Israeli President Shimon Peres welcomed Friday the news of a possible meeting between Iranian president Hasan Rouhani and US President Barack Obama, saying that sanctions on the Islamic Republic have had a positive effect on its willingness to negotiate.
“The sanctions are doing their job and are influencing the leadership in Iran,” Peres stated during a meeting with his Ukrainian counterpart, Viktor Yanukovych in Jerusalem.
“I hope we are hearing a new voice coming from [Tehran],” he said.
Speaking to Syria as well as Iran, the Israeli president urged the international community to clearly convey that illegal activity in the development of unconventional weapons will result in grave consequences.
“The world’s leaders must understand that every crime has its punishment,” he said.
Peres expressed hope that the dismantling of Iran’s nuclear program may be achieved by peaceful means, but stated that Israel will not be deterred from taking additional action should the need arise.
“If we can bring an end to the Iranian nuclear program and fix things without war, this is of course the preferred option,” Peres said. “The penalty for developing nuclear weapons is sanctions, but if they do not bring such activity to an end other measures will be taken.”
The president’s tone was in stark contrast to that of Prime Minister Benjamin Netanyahu, who said Thursday that the world must not be deceived by Rouhani’s moderate statements. Netanyahu was speaking in response to an NBC interview with the Iranian president, which aired on Wednesday.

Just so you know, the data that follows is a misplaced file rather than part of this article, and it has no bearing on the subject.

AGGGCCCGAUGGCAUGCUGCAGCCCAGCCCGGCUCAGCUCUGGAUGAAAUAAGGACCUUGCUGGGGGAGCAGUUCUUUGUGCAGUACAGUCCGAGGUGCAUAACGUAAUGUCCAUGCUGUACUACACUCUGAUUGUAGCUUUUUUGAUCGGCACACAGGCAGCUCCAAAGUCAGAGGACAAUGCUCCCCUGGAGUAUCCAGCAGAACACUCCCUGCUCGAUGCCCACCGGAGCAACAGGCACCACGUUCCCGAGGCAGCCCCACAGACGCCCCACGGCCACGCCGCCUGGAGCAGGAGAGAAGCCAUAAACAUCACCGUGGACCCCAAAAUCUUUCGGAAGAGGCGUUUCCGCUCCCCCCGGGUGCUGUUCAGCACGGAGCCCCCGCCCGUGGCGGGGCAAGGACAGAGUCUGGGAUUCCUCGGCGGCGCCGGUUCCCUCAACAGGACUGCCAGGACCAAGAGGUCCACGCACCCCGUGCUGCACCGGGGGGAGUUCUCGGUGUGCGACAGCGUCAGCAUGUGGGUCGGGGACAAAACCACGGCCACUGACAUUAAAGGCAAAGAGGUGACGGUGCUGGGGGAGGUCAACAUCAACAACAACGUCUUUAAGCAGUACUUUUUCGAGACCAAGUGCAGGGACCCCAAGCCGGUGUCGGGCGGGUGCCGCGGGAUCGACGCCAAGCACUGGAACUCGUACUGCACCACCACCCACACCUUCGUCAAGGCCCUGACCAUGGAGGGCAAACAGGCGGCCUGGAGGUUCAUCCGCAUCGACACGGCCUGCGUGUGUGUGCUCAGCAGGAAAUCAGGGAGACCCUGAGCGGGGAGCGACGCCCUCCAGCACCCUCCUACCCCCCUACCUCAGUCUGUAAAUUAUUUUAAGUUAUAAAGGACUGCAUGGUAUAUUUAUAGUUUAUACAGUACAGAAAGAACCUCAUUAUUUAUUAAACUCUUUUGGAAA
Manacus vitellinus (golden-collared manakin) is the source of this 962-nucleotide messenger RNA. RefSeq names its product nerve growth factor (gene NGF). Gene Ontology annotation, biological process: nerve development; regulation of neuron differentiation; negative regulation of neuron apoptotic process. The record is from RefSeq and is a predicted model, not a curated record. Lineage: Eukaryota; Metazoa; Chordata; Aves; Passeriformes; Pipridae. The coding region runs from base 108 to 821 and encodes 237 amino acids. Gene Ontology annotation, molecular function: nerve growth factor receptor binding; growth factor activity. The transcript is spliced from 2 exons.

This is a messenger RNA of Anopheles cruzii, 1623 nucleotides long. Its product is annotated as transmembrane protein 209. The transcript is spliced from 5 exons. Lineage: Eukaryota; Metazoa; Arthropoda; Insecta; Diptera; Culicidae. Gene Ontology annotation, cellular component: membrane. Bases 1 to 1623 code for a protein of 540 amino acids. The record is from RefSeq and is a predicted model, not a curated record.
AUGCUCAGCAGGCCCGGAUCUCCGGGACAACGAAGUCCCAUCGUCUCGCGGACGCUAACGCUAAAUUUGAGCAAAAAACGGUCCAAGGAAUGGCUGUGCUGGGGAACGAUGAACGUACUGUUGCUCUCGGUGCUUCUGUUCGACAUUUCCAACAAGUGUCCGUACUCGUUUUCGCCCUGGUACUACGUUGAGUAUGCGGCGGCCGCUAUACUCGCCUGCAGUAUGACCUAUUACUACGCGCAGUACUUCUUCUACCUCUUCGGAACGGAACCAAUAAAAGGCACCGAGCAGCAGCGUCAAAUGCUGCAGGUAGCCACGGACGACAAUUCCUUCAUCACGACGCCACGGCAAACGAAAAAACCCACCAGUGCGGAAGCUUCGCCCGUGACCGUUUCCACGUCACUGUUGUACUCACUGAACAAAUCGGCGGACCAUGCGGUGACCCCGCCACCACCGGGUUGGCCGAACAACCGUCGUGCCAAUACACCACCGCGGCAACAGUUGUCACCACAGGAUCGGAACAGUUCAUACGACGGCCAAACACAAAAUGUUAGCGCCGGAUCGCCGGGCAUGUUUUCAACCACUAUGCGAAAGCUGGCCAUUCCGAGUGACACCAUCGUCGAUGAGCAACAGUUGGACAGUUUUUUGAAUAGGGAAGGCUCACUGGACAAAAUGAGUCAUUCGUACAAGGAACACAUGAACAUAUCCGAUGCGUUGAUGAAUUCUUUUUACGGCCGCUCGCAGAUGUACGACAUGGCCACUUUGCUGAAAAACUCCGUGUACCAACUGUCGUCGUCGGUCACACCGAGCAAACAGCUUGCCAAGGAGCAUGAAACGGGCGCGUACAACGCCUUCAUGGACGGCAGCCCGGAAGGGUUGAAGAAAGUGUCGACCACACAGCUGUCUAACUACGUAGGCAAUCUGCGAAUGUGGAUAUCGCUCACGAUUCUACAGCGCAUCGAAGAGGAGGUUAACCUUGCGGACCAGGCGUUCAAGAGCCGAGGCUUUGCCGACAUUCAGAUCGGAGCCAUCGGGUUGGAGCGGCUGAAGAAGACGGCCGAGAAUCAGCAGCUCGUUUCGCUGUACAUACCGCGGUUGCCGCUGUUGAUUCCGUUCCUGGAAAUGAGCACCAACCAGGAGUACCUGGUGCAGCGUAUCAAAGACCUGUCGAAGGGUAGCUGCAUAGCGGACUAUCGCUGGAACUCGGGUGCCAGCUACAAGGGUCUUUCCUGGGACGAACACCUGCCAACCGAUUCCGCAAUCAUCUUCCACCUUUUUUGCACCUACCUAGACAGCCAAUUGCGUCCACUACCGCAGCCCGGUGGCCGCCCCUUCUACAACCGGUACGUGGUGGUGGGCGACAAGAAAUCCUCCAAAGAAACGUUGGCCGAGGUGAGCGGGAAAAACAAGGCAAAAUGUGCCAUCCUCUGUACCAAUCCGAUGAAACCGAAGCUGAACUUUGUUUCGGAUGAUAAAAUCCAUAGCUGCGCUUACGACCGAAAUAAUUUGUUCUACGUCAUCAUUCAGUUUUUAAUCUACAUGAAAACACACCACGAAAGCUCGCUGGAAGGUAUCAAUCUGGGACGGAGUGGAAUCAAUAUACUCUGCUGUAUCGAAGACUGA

In the interview, Rouhani said that his country has never sought and will never seek a nuclear bomb, that Iran does “not seek war with any country,” and that he has full authority to resolve the nuclear standoff with the West.
“The Iranians are continuing to deceive so that the centrifuges continue spinning. The real test lies in the Iranian regime’s actions, not words,” said Netanyahu in a statement released by the Prime Minister’s Office.
Peres also discussed the US-Russian-brokered deal to rid Syria of its chemical weapons, expressing hope on Friday that the agreement would be successfully implemented.
“[I hope that] the tragedy of terrorism and killing of children will be over,” Peres said.
“The war and killing in Syria concerns the entire world, and poses a threat to citizens across the globe,” he stressed.
A UN diplomat, speaking on condition of anonymity, confirmed the transfer of information, saying, “It’s quite long … and being translated.”
Syria is believed to possess around 1,000 tons of chemical toxins, and has agreed to destroy them under a joint Russian-US proposal designed to avert a US military strike.
Earlier this week, a Saudi newspaper published a report based on Syrian opposition sources that the Assad regime is smuggling chemical weapons to Hezbollah through tunnels connecting Syrian and Lebanese villages.